Should Churches Bless Animals?
At St Mary’s on 4th October, we shall have our first Blessing of Pets service. We hold in on the Feast of St Francis of Assisi, whose theology seemed to have a special place for other aspects of creation apart from the human.
But is there a justification in Christian thinking? Isn’t it just sloppy sentimentalism? In this article Canon Scott Cowdell, an Australian Anglican theologian, makes the case for blessing animals.
Why do a number of our parishes bless animals in church around St Francis’ Day? Why indeed, if the Christian vision involves human beings only—our search for meaning, our actions, our values in life, and our destiny?
If the Christian religion is solely about our human drama, then there’s only one justification for blessing animals—only one purpose for the whole external world, really. And that’s in terms of how it serves us. This is why traditional blessings speak only in terms of an animal’s use to us: as food, as a beast of burden, or for its practical contribution to the domestic environment.
But what if our Christian vision were bigger than this? What if God in Christ invites us to a view of life as big as the whole teeming creation, as old as our fifteen-billion year cosmos, as venerable as our ancient earth? What if humanity is not the whole picture; what if our private religious and ethical dramas make more sense as part of the story, but not the whole story? Paradoxically, if we saw things like this, we’d be less anxious, since we wouldn’t be at the centre of everything, we wouldn’t feel so exposed, and we wouldn’t take ourselves so seriously, either—all with positive consequences for the rest of God’s creation, suffering so much thanks to human beings’ preoccupation with themselves.
Blessing animals is a reminder that God is bigger than our own hearts, and that God’s purposes take in all creatures. We bless them in church to recognise their importance in their own right—that their being and their end is God’s to give and part of God’s plan. Blessing animals is a sign of humility and respect on our part, and an admission that humans aren’t the centre of everything.
Moreover, the animals we bless are our companions. They’re part of our lives, they share our homes; the mammals among them may even share our joys and sorrows. They sit expectantly by our dinner tables, they take an eager interest in our activities, and some of them no doubt share our beds. I’m always glad to see my cat, who I find endlessly watchable. I tolerate his eccentricities, and I must confess I wept over the death of his predecessors.
Because they’re our companions, our friends, we’re reminded that friends aren’t there to be used; they’re not part of any calculation of our own benefit.
Friendship is one of life’s great, unmerited gifts, and a sign of God’s care for us. Friends are the tonic of life, and our animal friends are no exception. So blessing them in church is also an act of love, of friendship and of thankfulness. Which is why when I was Rector of a parish I used to do it in the context of the Sunday Eucharist for St Francis’ Day, highlighting the great sacramental celebration of God’s friendship. And of course if the Eucharistic assembly is a foretaste of heaven, of the new creation, then those Eucharists with our animal friends were a reminder that heaven is for all creation, not just humans. The peace of all God’s creation is a wonderful image, beyond the agony and travail of natural history and the great bloodbath of evolution. If it’s true that we’ll be made one again with all who we’ve loved and lost in the Kingdom of God, then I can’t think of one compelling theological reason why our animal friends of past times won’t be with us as well.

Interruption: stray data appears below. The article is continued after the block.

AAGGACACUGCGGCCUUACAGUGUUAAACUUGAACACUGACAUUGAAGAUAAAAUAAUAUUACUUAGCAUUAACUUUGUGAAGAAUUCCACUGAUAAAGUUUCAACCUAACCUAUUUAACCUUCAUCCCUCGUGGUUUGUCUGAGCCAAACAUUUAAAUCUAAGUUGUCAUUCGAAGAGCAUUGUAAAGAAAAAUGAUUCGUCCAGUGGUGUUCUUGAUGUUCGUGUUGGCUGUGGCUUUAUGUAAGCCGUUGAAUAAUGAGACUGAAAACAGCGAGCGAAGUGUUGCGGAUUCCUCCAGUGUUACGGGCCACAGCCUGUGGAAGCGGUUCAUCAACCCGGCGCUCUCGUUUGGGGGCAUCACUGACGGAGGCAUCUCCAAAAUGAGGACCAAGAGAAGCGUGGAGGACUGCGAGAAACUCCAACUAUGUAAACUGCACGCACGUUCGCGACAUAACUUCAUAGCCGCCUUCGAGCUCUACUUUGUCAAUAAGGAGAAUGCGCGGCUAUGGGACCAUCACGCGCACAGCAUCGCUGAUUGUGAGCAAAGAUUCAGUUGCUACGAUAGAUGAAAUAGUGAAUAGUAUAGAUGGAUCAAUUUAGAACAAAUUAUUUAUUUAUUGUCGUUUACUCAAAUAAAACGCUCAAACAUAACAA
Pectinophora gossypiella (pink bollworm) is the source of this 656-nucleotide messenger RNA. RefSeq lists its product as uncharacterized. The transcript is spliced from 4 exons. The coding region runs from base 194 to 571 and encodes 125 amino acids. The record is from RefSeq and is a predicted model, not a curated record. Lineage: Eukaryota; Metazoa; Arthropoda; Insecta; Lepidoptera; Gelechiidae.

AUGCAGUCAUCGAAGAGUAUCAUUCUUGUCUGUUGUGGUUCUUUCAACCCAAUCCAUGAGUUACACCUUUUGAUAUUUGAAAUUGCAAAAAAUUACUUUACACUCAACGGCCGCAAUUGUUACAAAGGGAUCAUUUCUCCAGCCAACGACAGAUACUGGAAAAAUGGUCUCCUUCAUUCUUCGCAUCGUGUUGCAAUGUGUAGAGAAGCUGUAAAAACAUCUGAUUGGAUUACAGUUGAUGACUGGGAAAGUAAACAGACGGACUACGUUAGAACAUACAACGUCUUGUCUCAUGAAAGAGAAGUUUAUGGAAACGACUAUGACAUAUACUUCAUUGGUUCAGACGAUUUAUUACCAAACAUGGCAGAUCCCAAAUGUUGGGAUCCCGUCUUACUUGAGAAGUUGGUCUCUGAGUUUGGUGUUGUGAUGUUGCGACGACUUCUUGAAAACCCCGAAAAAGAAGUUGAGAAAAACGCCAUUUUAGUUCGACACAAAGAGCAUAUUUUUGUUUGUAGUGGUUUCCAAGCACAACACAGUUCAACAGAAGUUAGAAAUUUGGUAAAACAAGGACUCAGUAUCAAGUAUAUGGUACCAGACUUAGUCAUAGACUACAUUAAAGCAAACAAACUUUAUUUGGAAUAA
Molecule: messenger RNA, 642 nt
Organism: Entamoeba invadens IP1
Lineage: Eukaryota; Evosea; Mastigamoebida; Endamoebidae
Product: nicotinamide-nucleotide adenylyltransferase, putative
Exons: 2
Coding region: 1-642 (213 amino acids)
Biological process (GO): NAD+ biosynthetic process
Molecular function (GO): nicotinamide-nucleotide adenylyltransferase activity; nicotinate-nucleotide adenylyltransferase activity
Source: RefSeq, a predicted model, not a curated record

It’s fitting that I mention this great travail of life. We can’t be sentimental about ‘nature red in tooth and claw’, as Tennyson put it. The path to human evolution was across the bodies of innumerable species and animal individuals now extinct and obliterated. Many creatures we bless in church have the instincts of killers, their bodies and behaviours evolved for the purpose. Indeed, we ourselves are locked into a way of life that involves killing animals for food and, occasionally still, for our own protection. Even vegetarians can’t escape responsibility for the carnage, since our whole way of life is at the expense of much destruction in the natural world.
We humans don’t know what we’d be like if we weren’t the predatory product of evolutionary struggle, after all—we’re marked by it; we belong to it. So as we seek to reflect God’s new creation in our respect for all creatures, insisting on the decent treatment of animals used for food, nevertheless we can’t step outside the old creation just because we love and long for the new one. God’s answer to the whole horror of natural and human history is not sentimental or escapist, after all. Rather, God embraces the travail of all life in the person of Jesus, who took responsibility, who lived and died in symbolic conflict with the brute facts of reality to establish God’s way of hope and transformation—a process that’s not over yet.
Yet as our pets worship with us around St Francistide, our love for them shows that the tide of a harsh creation is turning. God cares for us through the struggles of life, and sends dear ones to encourage us on our way—animal as well as human. So in blessing our pets we give thanks for the richness of life in God’s world. We spare ourselves none of its bitterness, but we praise and thank God for the wonder of it nonetheless.
Diocese of Canberra-Goulbourn